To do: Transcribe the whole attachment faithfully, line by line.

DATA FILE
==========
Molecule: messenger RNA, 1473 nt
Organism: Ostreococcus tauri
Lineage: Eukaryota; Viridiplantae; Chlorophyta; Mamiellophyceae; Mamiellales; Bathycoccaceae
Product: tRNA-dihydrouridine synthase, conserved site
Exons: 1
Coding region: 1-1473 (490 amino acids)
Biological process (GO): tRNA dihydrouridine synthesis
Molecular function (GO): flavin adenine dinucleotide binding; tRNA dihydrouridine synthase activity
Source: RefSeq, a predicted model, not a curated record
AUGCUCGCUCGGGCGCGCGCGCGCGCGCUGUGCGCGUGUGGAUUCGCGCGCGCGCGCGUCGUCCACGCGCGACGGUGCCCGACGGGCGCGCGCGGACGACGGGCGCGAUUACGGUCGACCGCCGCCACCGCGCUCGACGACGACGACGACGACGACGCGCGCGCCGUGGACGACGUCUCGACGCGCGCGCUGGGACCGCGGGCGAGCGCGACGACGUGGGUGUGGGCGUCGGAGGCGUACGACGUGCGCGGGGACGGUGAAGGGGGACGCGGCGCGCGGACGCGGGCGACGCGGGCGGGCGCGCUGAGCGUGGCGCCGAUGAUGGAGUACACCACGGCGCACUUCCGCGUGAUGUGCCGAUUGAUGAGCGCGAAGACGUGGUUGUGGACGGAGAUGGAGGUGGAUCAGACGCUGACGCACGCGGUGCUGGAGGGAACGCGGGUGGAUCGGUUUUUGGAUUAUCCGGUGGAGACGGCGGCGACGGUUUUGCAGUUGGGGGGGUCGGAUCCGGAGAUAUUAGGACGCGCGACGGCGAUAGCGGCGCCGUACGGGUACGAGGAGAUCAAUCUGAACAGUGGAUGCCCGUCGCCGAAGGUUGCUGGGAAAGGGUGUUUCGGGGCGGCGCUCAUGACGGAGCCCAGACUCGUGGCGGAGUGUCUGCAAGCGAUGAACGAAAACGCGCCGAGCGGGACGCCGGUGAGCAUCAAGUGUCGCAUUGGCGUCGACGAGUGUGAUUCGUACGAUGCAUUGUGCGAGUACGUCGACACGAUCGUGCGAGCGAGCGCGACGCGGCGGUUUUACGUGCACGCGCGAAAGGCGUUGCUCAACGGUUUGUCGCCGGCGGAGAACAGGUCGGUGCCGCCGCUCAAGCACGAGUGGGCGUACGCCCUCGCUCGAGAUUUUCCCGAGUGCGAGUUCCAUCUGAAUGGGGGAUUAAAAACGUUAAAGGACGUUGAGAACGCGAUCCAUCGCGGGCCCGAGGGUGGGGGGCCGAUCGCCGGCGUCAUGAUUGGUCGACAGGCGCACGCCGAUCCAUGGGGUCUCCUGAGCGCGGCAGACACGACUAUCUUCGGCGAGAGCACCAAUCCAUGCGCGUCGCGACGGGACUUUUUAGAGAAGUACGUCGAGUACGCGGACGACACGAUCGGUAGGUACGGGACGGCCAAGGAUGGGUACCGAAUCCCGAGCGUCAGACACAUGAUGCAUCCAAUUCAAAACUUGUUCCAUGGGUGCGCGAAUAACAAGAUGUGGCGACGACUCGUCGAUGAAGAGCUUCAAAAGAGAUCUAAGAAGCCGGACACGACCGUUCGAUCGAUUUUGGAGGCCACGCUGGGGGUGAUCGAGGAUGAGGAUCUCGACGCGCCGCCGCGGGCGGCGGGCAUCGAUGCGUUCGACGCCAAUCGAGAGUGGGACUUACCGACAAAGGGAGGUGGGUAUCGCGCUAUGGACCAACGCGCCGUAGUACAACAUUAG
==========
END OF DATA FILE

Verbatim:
Molecule: messenger RNA, 1473 nt
Organism: Ostreococcus tauri
Lineage: Eukaryota; Viridiplantae; Chlorophyta; Mamiellophyceae; Mamiellales; Bathycoccaceae
Product: tRNA-dihydrouridine synthase, conserved site
Exons: 1
Coding region: 1-1473 (490 amino acids)
Biological process (GO): tRNA dihydrouridine synthesis
Molecular function (GO): flavin adenine dinucleotide binding; tRNA dihydrouridine synthase activity
Source: RefSeq, a predicted model, not a curated record
AUGCUCGCUCGGGCGCGCGCGCGCGCGCUGUGCGCGUGUGGAUUCGCGCGCGCGCGCGUCGUCCACGCGCGACGGUGCCCGACGGGCGCGCGCGGACGACGGGCGCGAUUACGGUCGACCGCCGCCACCGCGCUCGACGACGACGACGACGACGACGCGCGCGCCGUGGACGACGUCUCGACGCGCGCGCUGGGACCGCGGGCGAGCGCGACGACGUGGGUGUGGGCGUCGGAGGCGUACGACGUGCGCGGGGACGGUGAAGGGGGACGCGGCGCGCGGACGCGGGCGACGCGGGCGGGCGCGCUGAGCGUGGCGCCGAUGAUGGAGUACACCACGGCGCACUUCCGCGUGAUGUGCCGAUUGAUGAGCGCGAAGACGUGGUUGUGGACGGAGAUGGAGGUGGAUCAGACGCUGACGCACGCGGUGCUGGAGGGAACGCGGGUGGAUCGGUUUUUGGAUUAUCCGGUGGAGACGGCGGCGACGGUUUUGCAGUUGGGGGGGUCGGAUCCGGAGAUAUUAGGACGCGCGACGGCGAUAGCGGCGCCGUACGGGUACGAGGAGAUCAAUCUGAACAGUGGAUGCCCGUCGCCGAAGGUUGCUGGGAAAGGGUGUUUCGGGGCGGCGCUCAUGACGGAGCCCAGACUCGUGGCGGAGUGUCUGCAAGCGAUGAACGAAAACGCGCCGAGCGGGACGCCGGUGAGCAUCAAGUGUCGCAUUGGCGUCGACGAGUGUGAUUCGUACGAUGCAUUGUGCGAGUACGUCGACACGAUCGUGCGAGCGAGCGCGACGCGGCGGUUUUACGUGCACGCGCGAAAGGCGUUGCUCAACGGUUUGUCGCCGGCGGAGAACAGGUCGGUGCCGCCGCUCAAGCACGAGUGGGCGUACGCCCUCGCUCGAGAUUUUCCCGAGUGCGAGUUCCAUCUGAAUGGGGGAUUAAAAACGUUAAAGGACGUUGAGAACGCGAUCCAUCGCGGGCCCGAGGGUGGGGGGCCGAUCGCCGGCGUCAUGAUUGGUCGACAGGCGCACGCCGAUCCAUGGGGUCUCCUGAGCGCGGCAGACACGACUAUCUUCGGCGAGAGCACCAAUCCAUGCGCGUCGCGACGGGACUUUUUAGAGAAGUACGUCGAGUACGCGGACGACACGAUCGGUAGGUACGGGACGGCCAAGGAUGGGUACCGAAUCCCGAGCGUCAGACACAUGAUGCAUCCAAUUCAAAACUUGUUCCAUGGGUGCGCGAAUAACAAGAUGUGGCGACGACUCGUCGAUGAAGAGCUUCAAAAGAGAUCUAAGAAGCCGGACACGACCGUUCGAUCGAUUUUGGAGGCCACGCUGGGGGUGAUCGAGGAUGAGGAUCUCGACGCGCCGCCGCGGGCGGCGGGCAUCGAUGCGUUCGACGCCAAUCGAGAGUGGGACUUACCGACAAAGGGAGGUGGGUAUCGCGCUAUGGACCAACGCGCCGUAGUACAACAUUAG